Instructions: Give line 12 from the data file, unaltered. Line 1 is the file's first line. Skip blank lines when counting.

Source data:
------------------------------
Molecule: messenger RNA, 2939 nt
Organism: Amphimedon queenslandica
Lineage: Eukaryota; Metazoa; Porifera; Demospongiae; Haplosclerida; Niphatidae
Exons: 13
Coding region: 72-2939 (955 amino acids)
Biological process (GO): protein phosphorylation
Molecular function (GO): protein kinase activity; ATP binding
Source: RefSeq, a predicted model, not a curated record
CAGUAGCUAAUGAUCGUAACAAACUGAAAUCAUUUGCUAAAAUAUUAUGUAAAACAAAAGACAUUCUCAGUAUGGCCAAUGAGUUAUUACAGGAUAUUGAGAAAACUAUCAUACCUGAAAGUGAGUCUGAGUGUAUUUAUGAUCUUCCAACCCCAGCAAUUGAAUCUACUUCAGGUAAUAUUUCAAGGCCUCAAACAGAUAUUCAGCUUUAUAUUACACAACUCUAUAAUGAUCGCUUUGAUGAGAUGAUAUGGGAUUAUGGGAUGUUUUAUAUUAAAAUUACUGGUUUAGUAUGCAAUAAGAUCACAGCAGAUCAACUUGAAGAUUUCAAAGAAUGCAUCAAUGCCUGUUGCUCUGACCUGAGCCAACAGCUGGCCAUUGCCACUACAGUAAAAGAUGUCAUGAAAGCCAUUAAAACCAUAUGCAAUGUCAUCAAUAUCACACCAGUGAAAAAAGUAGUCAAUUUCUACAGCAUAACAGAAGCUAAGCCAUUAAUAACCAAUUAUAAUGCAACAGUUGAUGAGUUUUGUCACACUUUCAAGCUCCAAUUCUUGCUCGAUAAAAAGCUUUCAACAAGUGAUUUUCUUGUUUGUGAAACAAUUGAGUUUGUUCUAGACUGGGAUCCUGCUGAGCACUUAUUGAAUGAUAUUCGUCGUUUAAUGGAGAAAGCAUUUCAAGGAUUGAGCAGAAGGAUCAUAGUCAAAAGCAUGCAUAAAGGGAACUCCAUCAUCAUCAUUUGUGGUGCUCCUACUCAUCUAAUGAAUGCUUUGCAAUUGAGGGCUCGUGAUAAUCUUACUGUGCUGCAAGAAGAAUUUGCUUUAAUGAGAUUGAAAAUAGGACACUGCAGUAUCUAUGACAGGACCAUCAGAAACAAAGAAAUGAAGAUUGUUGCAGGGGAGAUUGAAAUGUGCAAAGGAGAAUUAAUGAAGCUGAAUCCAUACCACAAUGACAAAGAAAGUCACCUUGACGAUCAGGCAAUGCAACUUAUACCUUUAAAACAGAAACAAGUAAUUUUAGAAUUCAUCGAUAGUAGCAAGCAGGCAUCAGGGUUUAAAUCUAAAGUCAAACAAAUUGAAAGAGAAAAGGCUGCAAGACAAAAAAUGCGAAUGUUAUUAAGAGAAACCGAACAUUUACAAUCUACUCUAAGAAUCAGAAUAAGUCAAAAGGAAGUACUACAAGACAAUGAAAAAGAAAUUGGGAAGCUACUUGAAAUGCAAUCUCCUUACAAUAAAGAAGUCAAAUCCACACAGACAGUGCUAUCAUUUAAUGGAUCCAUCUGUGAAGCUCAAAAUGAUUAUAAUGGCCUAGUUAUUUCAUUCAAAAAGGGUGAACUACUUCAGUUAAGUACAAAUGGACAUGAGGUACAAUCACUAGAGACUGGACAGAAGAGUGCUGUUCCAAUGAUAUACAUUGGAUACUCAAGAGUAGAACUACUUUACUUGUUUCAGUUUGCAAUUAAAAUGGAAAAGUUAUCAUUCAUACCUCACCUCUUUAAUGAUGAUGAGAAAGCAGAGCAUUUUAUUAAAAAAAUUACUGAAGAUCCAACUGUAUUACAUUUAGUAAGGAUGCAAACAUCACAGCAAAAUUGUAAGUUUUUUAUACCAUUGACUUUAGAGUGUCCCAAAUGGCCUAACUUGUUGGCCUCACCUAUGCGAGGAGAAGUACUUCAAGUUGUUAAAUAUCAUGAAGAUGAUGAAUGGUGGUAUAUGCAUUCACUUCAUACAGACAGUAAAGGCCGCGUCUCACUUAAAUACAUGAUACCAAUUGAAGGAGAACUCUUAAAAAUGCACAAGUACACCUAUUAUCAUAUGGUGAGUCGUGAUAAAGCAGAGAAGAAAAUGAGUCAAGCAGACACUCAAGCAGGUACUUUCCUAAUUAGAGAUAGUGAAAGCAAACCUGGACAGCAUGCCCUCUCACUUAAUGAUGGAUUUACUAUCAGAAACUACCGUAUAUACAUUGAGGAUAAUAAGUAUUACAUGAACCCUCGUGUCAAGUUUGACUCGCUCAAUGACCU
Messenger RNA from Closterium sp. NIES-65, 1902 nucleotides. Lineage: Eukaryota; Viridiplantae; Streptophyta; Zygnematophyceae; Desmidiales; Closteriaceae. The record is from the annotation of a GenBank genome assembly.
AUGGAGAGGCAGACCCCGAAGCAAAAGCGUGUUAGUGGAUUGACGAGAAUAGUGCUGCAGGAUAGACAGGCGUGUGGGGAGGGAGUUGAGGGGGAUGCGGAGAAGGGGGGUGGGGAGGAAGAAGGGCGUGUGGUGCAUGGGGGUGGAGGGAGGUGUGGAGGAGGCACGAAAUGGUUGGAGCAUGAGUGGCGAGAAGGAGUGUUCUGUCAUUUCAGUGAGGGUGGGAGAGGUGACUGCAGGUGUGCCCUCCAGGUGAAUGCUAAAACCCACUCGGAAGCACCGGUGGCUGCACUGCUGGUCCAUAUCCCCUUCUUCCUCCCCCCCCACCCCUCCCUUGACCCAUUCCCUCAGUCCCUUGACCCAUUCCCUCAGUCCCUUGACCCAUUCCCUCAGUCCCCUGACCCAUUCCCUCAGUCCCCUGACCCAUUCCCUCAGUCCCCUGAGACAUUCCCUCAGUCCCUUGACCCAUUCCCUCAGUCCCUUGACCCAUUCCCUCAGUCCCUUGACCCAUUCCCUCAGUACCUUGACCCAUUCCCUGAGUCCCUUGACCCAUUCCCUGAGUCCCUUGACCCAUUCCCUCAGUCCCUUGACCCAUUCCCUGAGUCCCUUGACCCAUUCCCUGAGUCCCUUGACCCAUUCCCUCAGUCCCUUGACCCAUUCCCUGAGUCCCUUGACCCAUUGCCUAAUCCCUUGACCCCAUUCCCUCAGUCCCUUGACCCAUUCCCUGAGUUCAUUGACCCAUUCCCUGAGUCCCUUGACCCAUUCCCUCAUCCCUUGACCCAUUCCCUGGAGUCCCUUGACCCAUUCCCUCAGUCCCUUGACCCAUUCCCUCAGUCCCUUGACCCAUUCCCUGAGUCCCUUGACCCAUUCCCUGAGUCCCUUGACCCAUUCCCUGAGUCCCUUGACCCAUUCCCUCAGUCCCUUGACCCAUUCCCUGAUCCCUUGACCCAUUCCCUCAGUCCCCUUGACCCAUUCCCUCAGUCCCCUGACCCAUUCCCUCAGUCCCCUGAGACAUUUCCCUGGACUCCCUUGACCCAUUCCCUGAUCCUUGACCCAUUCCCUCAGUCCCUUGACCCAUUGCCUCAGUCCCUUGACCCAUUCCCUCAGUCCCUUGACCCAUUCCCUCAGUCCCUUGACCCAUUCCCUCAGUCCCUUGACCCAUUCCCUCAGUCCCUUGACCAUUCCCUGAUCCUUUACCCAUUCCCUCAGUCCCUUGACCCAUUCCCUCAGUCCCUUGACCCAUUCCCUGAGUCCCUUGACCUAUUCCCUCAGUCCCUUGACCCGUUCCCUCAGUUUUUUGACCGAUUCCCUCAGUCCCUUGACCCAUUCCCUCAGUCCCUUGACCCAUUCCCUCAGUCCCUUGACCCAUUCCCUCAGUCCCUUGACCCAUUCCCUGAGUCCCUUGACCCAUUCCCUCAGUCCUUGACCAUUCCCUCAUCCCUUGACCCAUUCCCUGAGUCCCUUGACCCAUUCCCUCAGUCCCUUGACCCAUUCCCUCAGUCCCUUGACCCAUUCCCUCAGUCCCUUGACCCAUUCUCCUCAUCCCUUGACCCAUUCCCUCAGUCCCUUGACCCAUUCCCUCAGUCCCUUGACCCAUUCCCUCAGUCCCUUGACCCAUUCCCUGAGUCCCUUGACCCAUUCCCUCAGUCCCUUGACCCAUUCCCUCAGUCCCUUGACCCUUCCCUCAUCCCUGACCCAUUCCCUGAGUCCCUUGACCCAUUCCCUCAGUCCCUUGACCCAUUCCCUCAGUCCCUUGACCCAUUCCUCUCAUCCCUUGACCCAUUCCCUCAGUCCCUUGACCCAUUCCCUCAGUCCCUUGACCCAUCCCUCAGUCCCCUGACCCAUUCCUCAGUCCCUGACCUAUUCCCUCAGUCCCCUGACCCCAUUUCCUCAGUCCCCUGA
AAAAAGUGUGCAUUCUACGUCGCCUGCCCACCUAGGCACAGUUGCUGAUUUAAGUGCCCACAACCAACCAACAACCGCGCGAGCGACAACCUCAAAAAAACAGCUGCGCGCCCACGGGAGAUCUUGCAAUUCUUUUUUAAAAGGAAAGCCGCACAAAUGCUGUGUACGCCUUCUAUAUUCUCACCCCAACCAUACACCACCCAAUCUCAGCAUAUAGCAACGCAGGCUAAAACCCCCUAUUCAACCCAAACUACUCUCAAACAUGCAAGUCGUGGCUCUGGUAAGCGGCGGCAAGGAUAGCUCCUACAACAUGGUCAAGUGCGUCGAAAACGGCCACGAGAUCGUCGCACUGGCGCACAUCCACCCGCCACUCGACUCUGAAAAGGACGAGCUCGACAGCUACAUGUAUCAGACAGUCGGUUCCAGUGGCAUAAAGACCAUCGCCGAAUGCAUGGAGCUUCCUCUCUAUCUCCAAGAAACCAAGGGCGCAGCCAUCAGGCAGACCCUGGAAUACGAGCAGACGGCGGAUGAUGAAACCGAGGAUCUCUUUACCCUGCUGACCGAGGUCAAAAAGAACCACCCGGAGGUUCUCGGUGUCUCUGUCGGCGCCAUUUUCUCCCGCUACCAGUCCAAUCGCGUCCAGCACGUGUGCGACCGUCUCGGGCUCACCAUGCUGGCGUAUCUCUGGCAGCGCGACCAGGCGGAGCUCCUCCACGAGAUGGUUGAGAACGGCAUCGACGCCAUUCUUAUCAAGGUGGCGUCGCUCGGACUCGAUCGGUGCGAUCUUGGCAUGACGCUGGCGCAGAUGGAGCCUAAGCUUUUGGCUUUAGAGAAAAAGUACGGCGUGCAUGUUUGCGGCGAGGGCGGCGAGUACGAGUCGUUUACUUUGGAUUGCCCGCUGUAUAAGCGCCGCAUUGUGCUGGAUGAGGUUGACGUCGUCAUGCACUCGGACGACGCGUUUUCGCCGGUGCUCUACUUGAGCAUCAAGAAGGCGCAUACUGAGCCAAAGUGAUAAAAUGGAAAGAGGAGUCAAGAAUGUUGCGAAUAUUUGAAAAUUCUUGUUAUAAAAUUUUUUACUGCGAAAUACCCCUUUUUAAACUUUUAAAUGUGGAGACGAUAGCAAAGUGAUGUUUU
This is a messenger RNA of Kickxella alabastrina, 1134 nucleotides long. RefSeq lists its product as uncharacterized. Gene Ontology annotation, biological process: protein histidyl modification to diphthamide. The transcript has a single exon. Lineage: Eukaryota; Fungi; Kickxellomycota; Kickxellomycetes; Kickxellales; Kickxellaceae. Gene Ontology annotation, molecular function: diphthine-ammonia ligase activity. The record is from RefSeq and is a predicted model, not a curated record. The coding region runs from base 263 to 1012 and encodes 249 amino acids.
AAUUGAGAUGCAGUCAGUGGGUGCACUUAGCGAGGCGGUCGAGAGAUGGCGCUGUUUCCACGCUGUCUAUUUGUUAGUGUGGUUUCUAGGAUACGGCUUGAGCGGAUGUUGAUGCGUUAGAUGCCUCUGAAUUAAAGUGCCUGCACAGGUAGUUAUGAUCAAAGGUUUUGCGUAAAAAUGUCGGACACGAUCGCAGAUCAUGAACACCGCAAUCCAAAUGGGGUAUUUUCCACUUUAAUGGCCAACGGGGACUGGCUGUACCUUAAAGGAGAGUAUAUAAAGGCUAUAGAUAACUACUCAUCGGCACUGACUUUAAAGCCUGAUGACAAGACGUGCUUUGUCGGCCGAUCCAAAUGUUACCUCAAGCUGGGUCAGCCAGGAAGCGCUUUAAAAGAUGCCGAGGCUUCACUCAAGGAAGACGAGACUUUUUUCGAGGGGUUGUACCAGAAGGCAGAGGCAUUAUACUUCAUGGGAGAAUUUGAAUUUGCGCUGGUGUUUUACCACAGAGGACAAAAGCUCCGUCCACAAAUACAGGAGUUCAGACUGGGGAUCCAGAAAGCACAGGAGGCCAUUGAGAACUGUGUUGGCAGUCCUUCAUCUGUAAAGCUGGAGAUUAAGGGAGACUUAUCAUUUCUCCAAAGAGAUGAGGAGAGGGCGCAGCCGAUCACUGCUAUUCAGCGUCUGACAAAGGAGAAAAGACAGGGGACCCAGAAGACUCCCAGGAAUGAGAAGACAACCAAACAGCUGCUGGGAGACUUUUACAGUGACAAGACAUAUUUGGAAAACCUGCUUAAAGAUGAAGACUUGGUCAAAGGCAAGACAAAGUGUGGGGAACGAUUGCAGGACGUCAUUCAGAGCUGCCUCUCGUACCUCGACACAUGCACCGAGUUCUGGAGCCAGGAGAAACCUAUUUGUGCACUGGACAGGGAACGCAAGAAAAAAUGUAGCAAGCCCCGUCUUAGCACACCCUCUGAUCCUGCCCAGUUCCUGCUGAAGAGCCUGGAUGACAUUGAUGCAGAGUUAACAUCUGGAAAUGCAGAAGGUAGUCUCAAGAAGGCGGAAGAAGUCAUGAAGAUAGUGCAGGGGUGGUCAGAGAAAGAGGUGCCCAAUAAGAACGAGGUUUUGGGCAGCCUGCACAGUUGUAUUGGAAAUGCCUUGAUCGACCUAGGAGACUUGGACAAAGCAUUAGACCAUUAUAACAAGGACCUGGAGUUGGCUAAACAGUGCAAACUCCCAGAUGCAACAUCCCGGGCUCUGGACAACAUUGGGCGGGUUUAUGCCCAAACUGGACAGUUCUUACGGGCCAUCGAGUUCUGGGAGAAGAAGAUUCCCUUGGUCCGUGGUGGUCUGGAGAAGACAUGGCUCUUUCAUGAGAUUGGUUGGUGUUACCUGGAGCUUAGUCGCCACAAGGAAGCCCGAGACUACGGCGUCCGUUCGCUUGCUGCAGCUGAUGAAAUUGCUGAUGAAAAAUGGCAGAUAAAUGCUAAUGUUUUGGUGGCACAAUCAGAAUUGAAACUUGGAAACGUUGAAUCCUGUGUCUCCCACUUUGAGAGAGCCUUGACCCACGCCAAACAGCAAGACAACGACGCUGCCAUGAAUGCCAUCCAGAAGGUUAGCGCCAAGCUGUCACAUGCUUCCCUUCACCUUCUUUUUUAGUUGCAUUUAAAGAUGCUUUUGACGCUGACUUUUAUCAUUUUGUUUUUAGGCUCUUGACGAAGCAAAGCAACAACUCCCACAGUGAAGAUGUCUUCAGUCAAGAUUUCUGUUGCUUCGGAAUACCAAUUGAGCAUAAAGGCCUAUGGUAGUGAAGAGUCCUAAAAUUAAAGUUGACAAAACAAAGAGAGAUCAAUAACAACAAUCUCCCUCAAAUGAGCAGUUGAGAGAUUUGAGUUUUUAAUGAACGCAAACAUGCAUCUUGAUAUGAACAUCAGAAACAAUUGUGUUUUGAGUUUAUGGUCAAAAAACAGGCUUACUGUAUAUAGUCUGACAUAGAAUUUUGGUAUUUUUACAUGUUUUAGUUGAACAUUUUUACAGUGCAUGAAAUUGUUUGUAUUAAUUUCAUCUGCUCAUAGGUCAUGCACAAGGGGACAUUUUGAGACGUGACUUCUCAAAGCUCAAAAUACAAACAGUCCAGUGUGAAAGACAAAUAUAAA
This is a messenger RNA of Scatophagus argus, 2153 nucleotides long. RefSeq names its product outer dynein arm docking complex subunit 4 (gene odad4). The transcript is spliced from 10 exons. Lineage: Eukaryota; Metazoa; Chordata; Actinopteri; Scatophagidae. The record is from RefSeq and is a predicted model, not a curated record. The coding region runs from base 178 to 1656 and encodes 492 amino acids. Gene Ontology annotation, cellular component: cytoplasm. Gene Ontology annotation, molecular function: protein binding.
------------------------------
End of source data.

AAAAAGUGUGCAUUCUACGUCGCCUGCCCACCUAGGCACAGUUGCUGAUUUAAGUGCCCACAACCAACCAACAACCGCGCGAGCGACAACCUCAAAAAAACAGCUGCGCGCCCACGGGAGAUCUUGCAAUUCUUUUUUAAAAGGAAAGCCGCACAAAUGCUGUGUACGCCUUCUAUAUUCUCACCCCAACCAUACACCACCCAAUCUCAGCAUAUAGCAACGCAGGCUAAAACCCCCUAUUCAACCCAAACUACUCUCAAACAUGCAAGUCGUGGCUCUGGUAAGCGGCGGCAAGGAUAGCUCCUACAACAUGGUCAAGUGCGUCGAAAACGGCCACGAGAUCGUCGCACUGGCGCACAUCCACCCGCCACUCGACUCUGAAAAGGACGAGCUCGACAGCUACAUGUAUCAGACAGUCGGUUCCAGUGGCAUAAAGACCAUCGCCGAAUGCAUGGAGCUUCCUCUCUAUCUCCAAGAAACCAAGGGCGCAGCCAUCAGGCAGACCCUGGAAUACGAGCAGACGGCGGAUGAUGAAACCGAGGAUCUCUUUACCCUGCUGACCGAGGUCAAAAAGAACCACCCGGAGGUUCUCGGUGUCUCUGUCGGCGCCAUUUUCUCCCGCUACCAGUCCAAUCGCGUCCAGCACGUGUGCGACCGUCUCGGGCUCACCAUGCUGGCGUAUCUCUGGCAGCGCGACCAGGCGGAGCUCCUCCACGAGAUGGUUGAGAACGGCAUCGACGCCAUUCUUAUCAAGGUGGCGUCGCUCGGACUCGAUCGGUGCGAUCUUGGCAUGACGCUGGCGCAGAUGGAGCCUAAGCUUUUGGCUUUAGAGAAAAAGUACGGCGUGCAUGUUUGCGGCGAGGGCGGCGAGUACGAGUCGUUUACUUUGGAUUGCCCGCUGUAUAAGCGCCGCAUUGUGCUGGAUGAGGUUGACGUCGUCAUGCACUCGGACGACGCGUUUUCGCCGGUGCUCUACUUGAGCAUCAAGAAGGCGCAUACUGAGCCAAAGUGAUAAAAUGGAAAGAGGAGUCAAGAAUGUUGCGAAUAUUUGAAAAUUCUUGUUAUAAAAUUUUUUACUGCGAAAUACCCCUUUUUAAACUUUUAAAUGUGGAGACGAUAGCAAAGUGAUGUUUU